Friday 2/8 – Thursday 2/14

8 FRIDAY Bill Fick’s large linoleum prints of grotesque, multilegged creatures making lewd gestures and brandishing weapons share wall space with Dana De Ano’s drawings of hybrid, stunted animals and people from fairy tales and coloring books at Gallery 312, 312 N. May, where Ordinary Icons opens tonight with a free reception from 5 to 8. Featuring the work of eight artists as well as a video program, the show also includes Alan Harmon’s “Source of the Nile Playing Cards,” a set of oversize screenprinted cards inspired by his religious work in Uganda, and Doug Huston’s layered images of flora and fauna. The show runs through March 23, and gallery hours are Tuesday through Saturday from 11 to 5; call 312-942-2500.

When a 34-year-old raised in Waukegan takes up the search for his biological father, who he knows lived in the Detroit area two decades earlier, the resulting odyssey provides fodder for theater that explores questions about family and race. Writer and performer Michael Fosberg plays a wide range of characters in his solo show Incognito, including his southern grandmother and his brassy, voluptuous British girlfriend. The performance starts tonight at 7 at the Top of the Park Penthouse of Regents Park, 5050 S. Lake Shore Dr. (51st and East End). The $25 admission benefits the Urban Life Center and includes hors d’oeuvres, wine, and a silent auction. Reservations are required; call 773-363-1312.

The images of blossoming plant life on display in Steppenwolf Theatre’s second-floor gallery, 1650 N. Halsted, aren’t all roses, but the exhibit is called Bed of Roses to complement the many rose garden scenes in Steppenwolf’s main stage production of Maria Arndt, a mother-daughter drama. Featured works include photographs by Reader contributor Jim Newberry, prints by David Solzman and Sandra Frank, Erica Erdmann’s screen prints and etchings, and Carrie Notari’s painted glass jars full of seeds, dirt, and photographs of poppies. The exhibit is sponsored by Anatomically Correct and there’s a free opening reception tonight from 5:30 to 7:30, with music by jazz group Fish Triad. The show runs in tandem with Maria Arndt through March 31 and is open to the public one hour prior to all performances. Call 312-514-1802 for more information.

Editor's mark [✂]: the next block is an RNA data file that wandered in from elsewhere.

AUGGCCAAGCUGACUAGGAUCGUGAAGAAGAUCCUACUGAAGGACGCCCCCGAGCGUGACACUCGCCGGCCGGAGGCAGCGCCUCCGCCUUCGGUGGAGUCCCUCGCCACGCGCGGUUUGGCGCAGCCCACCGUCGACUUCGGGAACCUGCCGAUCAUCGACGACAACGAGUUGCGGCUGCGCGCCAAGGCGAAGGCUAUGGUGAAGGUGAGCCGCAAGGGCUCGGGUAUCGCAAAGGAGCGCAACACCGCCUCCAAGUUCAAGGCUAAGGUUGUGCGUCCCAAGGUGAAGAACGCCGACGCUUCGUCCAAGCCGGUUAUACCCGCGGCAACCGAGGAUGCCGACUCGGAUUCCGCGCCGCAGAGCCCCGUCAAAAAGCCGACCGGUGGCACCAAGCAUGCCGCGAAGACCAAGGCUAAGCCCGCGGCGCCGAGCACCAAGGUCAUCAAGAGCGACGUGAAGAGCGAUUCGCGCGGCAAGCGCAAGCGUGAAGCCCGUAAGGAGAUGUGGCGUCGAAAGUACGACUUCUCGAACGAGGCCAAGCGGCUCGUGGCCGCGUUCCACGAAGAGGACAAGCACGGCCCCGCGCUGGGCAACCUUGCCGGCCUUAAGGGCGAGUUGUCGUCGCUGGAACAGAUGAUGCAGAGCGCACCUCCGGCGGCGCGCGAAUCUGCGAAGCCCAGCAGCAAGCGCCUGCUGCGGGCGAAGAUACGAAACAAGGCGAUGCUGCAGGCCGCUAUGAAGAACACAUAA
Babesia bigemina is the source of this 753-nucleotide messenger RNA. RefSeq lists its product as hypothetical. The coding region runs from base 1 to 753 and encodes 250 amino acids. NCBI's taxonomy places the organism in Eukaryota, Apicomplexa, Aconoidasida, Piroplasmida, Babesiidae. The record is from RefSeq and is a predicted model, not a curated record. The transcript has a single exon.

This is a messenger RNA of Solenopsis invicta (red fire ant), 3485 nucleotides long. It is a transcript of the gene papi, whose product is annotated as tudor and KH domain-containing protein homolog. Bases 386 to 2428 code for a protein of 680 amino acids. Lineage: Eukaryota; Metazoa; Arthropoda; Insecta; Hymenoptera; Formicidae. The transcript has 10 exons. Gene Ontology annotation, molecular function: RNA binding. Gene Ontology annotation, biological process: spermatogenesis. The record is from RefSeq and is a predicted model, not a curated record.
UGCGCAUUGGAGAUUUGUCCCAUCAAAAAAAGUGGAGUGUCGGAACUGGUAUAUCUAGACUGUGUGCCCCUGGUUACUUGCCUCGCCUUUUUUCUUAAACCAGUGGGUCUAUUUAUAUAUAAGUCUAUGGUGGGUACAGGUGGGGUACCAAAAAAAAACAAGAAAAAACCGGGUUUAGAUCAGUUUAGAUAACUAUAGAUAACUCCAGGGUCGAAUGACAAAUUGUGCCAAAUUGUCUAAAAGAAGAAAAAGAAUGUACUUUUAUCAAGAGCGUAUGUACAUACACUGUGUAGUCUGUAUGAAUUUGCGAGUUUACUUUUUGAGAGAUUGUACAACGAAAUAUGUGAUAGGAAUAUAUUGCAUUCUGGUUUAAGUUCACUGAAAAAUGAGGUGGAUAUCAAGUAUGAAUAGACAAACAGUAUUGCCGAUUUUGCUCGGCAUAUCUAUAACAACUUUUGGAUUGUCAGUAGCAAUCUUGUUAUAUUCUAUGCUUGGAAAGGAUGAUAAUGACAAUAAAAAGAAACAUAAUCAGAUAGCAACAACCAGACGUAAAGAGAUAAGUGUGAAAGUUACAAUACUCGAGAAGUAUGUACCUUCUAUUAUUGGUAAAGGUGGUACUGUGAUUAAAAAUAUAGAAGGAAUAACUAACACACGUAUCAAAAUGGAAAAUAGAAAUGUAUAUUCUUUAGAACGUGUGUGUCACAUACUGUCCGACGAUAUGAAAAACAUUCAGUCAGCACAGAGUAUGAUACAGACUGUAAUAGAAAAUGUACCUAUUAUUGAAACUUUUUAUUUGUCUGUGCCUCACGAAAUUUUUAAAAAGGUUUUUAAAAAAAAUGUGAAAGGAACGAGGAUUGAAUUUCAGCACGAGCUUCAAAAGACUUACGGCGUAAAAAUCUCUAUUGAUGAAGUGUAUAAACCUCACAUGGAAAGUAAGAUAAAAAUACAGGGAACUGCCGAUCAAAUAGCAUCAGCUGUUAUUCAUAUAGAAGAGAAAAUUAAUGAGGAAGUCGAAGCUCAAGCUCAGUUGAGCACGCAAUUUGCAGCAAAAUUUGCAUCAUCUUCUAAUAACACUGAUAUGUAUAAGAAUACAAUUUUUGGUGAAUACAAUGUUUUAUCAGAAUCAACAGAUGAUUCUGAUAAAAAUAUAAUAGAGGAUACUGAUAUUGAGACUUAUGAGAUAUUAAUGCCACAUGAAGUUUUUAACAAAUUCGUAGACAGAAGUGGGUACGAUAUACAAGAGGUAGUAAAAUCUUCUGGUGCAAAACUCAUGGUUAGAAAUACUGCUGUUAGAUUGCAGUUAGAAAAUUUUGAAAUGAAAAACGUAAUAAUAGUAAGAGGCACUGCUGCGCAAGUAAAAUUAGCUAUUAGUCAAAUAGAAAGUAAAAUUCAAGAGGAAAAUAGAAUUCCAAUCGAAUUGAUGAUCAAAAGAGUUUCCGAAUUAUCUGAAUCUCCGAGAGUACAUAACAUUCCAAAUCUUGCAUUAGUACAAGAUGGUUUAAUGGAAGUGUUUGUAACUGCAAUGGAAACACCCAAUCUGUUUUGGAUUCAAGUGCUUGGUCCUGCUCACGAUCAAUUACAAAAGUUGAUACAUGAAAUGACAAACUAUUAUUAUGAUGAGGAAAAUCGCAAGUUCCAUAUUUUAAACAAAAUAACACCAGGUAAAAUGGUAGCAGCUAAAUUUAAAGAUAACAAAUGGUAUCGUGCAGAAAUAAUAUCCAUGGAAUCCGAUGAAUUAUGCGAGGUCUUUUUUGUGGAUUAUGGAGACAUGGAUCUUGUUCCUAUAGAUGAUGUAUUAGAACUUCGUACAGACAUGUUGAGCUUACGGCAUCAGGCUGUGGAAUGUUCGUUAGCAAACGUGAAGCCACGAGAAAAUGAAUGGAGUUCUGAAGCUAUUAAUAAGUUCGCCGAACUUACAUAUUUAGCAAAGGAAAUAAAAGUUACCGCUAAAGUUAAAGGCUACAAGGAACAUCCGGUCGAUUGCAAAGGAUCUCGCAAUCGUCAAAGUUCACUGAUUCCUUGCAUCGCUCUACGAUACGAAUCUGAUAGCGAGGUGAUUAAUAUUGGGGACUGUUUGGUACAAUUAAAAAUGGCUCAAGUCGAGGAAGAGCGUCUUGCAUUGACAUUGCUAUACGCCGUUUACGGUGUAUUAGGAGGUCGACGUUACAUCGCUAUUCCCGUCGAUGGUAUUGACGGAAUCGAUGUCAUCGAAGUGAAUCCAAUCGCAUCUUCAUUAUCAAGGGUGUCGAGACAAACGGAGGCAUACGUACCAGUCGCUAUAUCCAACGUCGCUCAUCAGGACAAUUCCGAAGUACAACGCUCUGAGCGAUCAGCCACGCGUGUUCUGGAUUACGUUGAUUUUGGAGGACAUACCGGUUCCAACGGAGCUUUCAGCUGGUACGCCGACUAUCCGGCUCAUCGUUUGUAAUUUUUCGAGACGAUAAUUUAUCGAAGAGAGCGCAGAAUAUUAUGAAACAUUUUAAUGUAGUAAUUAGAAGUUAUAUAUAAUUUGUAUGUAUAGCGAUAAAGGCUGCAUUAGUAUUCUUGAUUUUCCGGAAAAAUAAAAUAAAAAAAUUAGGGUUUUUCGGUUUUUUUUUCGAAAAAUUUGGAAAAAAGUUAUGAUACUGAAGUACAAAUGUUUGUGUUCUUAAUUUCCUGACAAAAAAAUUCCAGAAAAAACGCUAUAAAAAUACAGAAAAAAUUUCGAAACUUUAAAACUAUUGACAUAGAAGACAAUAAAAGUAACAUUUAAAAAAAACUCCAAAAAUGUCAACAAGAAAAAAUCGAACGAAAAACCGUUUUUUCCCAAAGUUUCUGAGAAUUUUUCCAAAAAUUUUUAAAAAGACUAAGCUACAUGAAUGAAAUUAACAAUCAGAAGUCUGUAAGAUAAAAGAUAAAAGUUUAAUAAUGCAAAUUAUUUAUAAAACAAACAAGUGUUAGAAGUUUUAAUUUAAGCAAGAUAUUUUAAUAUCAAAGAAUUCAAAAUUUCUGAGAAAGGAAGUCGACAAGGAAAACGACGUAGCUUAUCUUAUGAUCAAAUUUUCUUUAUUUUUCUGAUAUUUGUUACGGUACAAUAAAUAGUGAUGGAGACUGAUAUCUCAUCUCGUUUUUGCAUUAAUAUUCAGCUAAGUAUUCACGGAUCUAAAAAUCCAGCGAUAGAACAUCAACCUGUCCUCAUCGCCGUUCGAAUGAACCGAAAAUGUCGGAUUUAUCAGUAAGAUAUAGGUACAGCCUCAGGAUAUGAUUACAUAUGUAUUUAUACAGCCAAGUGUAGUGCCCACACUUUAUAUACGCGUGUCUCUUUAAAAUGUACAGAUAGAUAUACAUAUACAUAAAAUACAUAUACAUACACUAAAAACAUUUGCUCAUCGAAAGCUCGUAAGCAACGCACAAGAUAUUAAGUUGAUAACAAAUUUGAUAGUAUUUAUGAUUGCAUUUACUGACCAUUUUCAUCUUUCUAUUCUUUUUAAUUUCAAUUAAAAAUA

9 SATURDAY Hollywood has consistently depicted white cavalry coming to the rescue of settlers on the western frontier, but often the soldiers were black. After the Civil War, one in five U.S. Army soldiers was African-American. Between 1866 and 1912, black soldiers fought in 85 percent of conflicts with Native Americans, some of whom dubbed them “buffalo soldiers,” likening their fighting spirit to that of the Plains buffalo. Today at 3 Anthony Powell, the grandson of a buffalo soldier, lectures on the men who escorted settlers, guarded mail, protected herds of cattle, strung miles of telegraph wire, and rebuilt army posts. His slide presentation accompanies an exhibition of his collection of memorabilia, which Powell obtained from his grandfather and his contemporaries. The Buffalo Soldier: The African American Soldier in the U.S. Army, 1866-1912 opens today in the main gallery of the DuSable Museum of African American History, 740 E. 56th (773-947-0600), and runs through April 7. Museum hours are Monday through Saturday from 10 to 5 and Sunday from noon to 5. Admission is $3 for adults, $2 for students and seniors, $1 for children ages 6 to 13; kids under six get in free, and it’s free to all on Sundays.